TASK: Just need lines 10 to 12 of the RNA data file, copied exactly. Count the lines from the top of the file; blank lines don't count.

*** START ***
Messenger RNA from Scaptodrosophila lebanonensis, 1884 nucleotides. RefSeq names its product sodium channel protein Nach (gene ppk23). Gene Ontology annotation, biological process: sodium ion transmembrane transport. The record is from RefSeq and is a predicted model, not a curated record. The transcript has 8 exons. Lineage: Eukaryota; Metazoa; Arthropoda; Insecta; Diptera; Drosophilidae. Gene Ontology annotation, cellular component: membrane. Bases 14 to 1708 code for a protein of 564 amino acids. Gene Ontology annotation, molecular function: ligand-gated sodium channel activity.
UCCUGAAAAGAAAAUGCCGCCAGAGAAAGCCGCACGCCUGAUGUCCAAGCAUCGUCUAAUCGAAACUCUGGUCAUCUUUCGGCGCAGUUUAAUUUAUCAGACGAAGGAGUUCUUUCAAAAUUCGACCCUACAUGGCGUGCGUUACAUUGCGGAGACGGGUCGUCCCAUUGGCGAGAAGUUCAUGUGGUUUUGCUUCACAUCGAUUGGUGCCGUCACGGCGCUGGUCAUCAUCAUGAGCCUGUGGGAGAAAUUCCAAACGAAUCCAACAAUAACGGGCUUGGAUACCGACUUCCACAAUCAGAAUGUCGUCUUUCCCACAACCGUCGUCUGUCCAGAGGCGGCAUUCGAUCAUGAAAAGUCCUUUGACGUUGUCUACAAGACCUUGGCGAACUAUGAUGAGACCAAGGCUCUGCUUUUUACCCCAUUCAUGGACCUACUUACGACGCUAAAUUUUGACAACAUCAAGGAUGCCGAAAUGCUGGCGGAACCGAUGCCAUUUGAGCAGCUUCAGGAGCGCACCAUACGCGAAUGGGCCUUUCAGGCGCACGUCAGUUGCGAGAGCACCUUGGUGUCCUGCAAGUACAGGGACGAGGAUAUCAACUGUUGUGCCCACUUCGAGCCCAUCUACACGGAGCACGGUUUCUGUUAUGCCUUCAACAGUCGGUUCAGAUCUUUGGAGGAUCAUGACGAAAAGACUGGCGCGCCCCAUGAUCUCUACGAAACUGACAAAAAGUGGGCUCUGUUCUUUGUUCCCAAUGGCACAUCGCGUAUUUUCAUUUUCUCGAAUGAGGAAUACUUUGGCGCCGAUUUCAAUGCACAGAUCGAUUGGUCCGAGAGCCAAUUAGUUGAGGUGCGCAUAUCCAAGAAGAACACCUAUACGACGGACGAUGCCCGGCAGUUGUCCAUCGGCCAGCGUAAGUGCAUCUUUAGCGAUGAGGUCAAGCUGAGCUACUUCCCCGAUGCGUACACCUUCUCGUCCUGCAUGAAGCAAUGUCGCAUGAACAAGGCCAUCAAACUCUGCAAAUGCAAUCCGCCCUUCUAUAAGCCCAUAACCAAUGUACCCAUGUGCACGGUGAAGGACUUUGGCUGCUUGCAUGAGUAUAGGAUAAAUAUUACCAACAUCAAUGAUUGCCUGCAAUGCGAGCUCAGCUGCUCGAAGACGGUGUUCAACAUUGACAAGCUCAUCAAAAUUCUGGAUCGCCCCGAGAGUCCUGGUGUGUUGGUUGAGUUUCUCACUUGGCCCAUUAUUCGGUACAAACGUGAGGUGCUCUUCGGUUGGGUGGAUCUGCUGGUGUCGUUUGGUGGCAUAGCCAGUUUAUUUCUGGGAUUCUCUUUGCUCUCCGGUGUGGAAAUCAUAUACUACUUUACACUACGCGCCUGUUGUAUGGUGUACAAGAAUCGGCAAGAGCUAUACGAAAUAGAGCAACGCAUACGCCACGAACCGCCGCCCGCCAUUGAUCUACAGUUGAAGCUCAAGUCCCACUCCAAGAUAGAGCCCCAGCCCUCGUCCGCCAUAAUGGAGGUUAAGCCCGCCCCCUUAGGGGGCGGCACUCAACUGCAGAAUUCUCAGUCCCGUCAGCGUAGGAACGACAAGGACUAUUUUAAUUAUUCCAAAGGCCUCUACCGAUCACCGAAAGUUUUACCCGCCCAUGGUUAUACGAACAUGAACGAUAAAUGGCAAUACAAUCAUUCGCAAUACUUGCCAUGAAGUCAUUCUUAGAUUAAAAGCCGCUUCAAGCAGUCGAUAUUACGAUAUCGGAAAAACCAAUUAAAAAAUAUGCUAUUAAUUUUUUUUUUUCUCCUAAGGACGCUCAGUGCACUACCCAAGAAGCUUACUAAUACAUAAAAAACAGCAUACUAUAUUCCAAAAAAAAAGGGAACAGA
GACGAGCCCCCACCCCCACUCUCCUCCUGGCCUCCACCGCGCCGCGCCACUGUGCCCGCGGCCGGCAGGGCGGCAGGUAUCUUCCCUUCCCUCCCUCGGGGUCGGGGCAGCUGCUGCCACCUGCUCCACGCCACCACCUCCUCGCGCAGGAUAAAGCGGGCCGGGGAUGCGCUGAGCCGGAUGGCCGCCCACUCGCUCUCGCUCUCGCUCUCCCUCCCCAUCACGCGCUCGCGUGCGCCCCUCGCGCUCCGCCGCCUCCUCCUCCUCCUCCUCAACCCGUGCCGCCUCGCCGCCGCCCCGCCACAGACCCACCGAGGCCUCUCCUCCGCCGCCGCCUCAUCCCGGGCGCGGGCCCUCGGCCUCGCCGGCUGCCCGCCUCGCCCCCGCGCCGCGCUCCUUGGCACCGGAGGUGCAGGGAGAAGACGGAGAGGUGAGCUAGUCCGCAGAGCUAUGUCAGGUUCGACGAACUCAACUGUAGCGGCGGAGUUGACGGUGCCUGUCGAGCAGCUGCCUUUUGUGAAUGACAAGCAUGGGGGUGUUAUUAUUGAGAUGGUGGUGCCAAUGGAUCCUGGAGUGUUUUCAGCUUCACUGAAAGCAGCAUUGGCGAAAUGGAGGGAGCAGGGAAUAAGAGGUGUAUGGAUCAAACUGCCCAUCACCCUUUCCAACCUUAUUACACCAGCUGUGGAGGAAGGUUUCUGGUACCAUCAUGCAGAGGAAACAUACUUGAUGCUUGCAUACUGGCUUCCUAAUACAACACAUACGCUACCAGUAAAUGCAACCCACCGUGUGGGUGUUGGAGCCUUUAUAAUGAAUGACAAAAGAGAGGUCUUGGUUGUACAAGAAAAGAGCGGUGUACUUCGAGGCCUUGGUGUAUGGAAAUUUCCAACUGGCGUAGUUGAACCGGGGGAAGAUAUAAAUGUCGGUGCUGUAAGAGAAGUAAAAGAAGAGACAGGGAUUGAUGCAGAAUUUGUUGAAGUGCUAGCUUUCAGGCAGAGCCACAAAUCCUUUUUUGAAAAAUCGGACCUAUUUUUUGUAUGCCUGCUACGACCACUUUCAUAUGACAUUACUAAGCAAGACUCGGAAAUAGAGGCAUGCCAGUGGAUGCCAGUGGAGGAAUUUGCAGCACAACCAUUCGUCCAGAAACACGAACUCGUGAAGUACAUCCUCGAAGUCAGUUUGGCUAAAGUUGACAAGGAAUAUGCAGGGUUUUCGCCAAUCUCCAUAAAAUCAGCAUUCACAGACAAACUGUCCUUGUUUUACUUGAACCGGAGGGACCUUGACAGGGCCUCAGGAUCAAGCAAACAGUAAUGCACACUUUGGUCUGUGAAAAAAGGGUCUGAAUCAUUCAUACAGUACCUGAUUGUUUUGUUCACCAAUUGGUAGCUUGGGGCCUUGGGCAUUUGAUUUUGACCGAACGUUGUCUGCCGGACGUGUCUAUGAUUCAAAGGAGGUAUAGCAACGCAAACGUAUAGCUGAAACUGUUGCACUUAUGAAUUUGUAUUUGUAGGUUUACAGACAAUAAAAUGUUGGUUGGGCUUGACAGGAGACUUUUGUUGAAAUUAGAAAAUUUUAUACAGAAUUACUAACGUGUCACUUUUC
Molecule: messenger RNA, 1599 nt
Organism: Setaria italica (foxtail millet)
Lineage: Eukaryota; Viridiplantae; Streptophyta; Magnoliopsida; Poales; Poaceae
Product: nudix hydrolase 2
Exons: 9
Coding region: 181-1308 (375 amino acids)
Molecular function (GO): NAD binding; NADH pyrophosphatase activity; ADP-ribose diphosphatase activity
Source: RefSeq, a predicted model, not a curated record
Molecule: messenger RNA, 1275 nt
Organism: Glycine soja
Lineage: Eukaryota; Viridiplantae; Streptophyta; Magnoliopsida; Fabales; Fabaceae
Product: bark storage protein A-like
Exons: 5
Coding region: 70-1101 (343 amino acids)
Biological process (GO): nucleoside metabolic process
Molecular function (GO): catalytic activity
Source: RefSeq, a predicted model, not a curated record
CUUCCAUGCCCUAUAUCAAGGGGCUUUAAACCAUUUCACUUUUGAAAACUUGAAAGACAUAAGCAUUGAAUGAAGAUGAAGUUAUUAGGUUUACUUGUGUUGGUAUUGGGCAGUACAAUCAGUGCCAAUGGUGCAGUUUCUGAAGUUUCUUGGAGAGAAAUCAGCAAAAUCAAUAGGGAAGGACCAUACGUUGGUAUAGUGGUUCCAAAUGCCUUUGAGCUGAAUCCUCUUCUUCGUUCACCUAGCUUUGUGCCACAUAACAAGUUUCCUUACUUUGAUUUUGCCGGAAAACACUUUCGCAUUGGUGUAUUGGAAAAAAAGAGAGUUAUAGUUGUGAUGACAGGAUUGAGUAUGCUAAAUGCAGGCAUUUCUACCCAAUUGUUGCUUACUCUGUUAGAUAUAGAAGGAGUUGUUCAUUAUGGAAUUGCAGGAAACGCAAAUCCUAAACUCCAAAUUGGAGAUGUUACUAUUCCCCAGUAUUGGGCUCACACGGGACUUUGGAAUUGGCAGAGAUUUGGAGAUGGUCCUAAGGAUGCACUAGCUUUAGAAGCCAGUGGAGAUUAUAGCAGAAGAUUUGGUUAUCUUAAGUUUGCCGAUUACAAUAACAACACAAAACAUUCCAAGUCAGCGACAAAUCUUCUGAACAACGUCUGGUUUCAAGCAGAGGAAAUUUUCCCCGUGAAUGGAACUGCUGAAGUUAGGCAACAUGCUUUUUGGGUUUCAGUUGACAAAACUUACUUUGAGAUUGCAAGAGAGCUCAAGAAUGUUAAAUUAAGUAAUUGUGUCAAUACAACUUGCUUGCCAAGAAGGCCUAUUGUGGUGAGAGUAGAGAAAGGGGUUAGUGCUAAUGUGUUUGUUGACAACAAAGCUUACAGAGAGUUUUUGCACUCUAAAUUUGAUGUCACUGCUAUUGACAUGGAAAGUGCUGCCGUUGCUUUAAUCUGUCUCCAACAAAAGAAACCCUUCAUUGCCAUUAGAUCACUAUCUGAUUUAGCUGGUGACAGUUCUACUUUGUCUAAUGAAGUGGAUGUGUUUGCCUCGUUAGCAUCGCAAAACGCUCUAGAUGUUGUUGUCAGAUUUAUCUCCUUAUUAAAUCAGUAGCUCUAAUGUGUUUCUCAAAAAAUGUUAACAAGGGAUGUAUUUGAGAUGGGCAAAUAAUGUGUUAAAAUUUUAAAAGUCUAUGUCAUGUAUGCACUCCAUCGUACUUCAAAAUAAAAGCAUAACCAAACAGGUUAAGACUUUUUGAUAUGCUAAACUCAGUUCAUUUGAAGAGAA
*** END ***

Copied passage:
Molecular function (GO): NAD binding; NADH pyrophosphatase activity; ADP-ribose diphosphatase activity
Source: RefSeq, a predicted model, not a curated record
Molecule: messenger RNA, 1275 nt